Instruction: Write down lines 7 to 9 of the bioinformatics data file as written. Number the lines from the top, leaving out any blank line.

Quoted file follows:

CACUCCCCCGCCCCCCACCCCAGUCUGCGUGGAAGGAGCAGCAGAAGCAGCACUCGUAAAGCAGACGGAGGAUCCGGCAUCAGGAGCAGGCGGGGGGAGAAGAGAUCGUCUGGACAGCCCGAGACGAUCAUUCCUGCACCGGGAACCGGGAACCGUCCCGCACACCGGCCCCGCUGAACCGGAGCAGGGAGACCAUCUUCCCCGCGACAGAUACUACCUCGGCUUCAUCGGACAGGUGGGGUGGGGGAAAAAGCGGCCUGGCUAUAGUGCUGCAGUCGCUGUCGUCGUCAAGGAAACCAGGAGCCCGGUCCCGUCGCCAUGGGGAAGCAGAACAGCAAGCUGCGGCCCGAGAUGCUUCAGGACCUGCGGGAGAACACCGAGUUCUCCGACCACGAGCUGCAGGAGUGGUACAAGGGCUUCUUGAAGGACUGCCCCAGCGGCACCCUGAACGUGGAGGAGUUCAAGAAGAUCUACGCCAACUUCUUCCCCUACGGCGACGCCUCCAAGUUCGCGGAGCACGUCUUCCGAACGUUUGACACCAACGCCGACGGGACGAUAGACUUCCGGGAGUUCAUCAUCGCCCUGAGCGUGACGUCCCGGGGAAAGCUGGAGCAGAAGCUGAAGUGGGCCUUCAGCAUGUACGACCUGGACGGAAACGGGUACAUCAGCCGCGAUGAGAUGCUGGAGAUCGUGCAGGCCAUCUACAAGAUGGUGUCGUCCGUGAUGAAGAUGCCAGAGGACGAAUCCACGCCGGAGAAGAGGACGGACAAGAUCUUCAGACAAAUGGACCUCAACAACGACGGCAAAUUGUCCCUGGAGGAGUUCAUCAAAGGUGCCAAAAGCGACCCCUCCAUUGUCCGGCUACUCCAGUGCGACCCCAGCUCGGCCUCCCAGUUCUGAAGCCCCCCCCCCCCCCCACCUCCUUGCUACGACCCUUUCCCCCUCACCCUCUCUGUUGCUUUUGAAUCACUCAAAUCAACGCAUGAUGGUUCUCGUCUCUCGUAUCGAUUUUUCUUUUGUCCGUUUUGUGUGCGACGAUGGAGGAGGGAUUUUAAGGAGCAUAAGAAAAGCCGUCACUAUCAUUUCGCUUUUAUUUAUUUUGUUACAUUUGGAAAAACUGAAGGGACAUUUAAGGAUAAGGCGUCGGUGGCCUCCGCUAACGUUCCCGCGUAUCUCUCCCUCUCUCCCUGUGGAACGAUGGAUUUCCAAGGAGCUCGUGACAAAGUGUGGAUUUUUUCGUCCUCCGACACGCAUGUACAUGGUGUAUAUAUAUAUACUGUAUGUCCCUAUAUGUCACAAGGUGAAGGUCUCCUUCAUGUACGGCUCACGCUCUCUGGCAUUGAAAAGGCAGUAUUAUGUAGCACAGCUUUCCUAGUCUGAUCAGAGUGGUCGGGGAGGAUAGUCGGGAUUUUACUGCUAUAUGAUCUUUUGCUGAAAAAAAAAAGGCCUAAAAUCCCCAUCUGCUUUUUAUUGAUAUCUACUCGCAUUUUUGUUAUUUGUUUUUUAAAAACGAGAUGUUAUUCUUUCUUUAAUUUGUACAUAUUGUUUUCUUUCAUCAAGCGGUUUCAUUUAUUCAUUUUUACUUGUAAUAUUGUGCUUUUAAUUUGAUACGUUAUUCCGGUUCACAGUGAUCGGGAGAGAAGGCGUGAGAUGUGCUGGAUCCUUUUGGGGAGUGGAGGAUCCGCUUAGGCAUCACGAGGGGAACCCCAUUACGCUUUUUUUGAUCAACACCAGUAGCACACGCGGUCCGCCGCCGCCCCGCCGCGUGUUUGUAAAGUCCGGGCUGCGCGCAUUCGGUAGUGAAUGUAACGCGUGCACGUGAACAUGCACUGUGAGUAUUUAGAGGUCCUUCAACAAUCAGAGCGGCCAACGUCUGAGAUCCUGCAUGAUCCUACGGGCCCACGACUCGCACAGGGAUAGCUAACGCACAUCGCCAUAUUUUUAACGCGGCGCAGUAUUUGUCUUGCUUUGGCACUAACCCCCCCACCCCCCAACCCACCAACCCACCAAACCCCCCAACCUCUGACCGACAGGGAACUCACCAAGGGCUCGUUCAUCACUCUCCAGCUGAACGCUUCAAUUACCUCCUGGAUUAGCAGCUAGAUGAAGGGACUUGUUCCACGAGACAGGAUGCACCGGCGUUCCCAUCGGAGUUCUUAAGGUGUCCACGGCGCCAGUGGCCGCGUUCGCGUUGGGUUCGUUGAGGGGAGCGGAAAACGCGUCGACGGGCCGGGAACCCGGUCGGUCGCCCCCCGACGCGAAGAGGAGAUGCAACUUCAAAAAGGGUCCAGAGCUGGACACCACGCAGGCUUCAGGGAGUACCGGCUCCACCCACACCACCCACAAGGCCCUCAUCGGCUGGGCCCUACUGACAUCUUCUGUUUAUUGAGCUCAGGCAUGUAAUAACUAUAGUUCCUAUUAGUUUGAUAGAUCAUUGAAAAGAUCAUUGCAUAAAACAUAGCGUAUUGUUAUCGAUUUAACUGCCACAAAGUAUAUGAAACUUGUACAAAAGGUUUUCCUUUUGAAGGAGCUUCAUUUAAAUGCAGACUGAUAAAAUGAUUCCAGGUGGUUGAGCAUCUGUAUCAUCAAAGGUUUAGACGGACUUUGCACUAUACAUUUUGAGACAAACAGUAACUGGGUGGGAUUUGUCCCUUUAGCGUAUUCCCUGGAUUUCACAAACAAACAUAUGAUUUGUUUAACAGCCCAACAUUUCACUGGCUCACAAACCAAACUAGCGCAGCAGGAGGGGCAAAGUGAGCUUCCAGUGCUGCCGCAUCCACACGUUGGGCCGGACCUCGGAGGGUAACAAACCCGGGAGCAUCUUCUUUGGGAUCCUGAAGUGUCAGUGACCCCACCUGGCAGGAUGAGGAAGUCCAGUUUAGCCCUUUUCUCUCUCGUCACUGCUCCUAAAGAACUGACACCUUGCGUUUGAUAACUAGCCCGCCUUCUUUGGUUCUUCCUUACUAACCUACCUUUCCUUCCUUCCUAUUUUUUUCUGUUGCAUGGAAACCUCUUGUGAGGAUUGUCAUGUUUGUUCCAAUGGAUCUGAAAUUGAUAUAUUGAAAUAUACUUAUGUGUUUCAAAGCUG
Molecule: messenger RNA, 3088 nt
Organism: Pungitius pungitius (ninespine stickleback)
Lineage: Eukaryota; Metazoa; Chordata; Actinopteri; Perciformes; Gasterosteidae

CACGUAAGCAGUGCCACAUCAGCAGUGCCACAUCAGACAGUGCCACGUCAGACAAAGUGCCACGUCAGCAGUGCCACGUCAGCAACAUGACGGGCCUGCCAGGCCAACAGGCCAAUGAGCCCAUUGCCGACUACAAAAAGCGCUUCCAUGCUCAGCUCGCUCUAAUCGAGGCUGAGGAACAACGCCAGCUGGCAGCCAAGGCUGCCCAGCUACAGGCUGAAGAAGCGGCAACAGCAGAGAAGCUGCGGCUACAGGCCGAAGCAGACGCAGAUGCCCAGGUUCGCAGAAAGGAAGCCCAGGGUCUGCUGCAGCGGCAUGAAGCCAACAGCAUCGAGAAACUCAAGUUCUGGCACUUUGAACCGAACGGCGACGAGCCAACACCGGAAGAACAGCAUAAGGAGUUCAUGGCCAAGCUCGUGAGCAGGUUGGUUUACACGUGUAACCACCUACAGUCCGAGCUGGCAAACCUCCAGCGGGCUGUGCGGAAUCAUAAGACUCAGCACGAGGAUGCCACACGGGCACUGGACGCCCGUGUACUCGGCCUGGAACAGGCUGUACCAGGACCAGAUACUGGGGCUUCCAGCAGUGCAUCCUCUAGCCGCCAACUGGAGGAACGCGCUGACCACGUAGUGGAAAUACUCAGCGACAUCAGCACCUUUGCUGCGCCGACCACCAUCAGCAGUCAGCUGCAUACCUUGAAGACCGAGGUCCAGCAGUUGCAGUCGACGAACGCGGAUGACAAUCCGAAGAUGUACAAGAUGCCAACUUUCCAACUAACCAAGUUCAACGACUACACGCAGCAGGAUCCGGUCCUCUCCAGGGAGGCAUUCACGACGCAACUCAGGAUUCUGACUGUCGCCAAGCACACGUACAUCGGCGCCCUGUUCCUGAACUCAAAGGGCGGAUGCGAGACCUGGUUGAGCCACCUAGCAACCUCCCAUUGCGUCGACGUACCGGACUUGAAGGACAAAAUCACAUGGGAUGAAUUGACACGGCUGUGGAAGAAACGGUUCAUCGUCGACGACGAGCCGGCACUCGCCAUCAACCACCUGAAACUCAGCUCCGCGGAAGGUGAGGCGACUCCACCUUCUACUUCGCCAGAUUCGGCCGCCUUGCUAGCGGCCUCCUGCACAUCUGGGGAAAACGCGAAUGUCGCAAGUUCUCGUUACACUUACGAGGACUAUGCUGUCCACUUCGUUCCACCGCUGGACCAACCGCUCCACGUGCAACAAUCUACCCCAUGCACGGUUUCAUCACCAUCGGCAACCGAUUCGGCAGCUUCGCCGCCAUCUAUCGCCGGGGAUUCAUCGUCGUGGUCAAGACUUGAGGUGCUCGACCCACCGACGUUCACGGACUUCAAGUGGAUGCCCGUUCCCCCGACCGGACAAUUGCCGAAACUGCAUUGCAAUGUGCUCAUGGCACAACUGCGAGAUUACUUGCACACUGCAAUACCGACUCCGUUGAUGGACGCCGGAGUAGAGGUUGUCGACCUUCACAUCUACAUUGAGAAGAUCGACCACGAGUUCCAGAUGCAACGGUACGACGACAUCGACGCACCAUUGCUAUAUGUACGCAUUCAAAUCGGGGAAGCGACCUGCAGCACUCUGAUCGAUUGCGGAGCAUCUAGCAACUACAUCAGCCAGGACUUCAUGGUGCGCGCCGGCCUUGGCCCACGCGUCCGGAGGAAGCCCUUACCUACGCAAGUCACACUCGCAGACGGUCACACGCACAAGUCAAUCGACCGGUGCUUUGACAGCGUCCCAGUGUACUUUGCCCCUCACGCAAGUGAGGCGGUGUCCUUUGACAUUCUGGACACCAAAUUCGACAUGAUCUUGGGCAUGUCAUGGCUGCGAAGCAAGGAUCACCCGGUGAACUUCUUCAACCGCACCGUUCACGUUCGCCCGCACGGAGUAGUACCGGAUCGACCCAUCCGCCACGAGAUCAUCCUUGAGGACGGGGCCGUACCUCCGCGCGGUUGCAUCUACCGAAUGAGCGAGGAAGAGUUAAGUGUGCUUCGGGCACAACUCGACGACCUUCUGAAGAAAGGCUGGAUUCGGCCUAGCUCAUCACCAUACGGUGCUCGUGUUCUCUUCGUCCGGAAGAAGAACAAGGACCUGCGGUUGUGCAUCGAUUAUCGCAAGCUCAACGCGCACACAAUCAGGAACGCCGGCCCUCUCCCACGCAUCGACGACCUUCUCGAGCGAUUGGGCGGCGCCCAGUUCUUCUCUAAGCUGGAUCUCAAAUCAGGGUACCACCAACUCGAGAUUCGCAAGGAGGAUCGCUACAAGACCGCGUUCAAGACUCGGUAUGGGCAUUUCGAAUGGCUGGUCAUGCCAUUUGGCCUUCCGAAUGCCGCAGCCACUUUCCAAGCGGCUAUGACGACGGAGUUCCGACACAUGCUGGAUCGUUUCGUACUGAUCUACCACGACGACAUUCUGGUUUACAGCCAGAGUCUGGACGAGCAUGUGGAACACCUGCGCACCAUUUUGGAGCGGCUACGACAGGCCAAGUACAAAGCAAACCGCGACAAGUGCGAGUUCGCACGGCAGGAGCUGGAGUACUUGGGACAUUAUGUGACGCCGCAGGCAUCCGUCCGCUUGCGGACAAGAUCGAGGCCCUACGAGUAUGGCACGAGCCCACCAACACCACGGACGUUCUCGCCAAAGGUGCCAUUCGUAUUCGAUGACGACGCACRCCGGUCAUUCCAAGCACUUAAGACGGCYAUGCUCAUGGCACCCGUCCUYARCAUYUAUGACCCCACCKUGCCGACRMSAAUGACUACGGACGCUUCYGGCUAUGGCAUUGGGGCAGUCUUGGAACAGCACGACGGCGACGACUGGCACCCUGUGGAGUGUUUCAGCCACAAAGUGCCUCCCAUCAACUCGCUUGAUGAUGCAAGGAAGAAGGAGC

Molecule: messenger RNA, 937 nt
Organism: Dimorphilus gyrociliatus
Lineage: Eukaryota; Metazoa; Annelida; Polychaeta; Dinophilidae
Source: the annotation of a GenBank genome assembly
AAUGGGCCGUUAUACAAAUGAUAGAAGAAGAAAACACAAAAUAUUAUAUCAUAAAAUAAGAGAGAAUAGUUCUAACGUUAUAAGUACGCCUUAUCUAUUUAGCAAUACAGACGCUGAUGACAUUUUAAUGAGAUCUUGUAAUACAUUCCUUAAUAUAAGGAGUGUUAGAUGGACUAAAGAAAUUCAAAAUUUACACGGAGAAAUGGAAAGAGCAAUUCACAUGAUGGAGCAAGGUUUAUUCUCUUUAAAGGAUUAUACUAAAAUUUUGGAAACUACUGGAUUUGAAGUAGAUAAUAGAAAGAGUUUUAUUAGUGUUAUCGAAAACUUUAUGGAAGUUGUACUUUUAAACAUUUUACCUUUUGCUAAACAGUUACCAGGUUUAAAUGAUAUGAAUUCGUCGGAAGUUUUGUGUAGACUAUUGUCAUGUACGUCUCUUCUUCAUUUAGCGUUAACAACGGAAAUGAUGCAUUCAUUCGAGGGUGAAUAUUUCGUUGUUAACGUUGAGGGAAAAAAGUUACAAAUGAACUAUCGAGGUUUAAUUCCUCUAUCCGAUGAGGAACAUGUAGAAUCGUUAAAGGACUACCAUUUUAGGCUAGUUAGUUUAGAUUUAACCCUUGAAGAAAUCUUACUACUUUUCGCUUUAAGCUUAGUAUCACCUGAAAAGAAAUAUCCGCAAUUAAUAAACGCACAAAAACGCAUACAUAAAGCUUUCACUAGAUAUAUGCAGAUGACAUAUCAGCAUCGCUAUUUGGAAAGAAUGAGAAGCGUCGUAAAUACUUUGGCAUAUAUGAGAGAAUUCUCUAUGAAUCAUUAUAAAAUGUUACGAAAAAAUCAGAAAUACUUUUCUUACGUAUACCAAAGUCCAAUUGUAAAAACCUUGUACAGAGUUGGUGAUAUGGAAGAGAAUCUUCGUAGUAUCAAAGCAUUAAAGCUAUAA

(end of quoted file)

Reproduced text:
Organism: Dimorphilus gyrociliatus
Lineage: Eukaryota; Metazoa; Annelida; Polychaeta; Dinophilidae
Source: the annotation of a GenBank genome assembly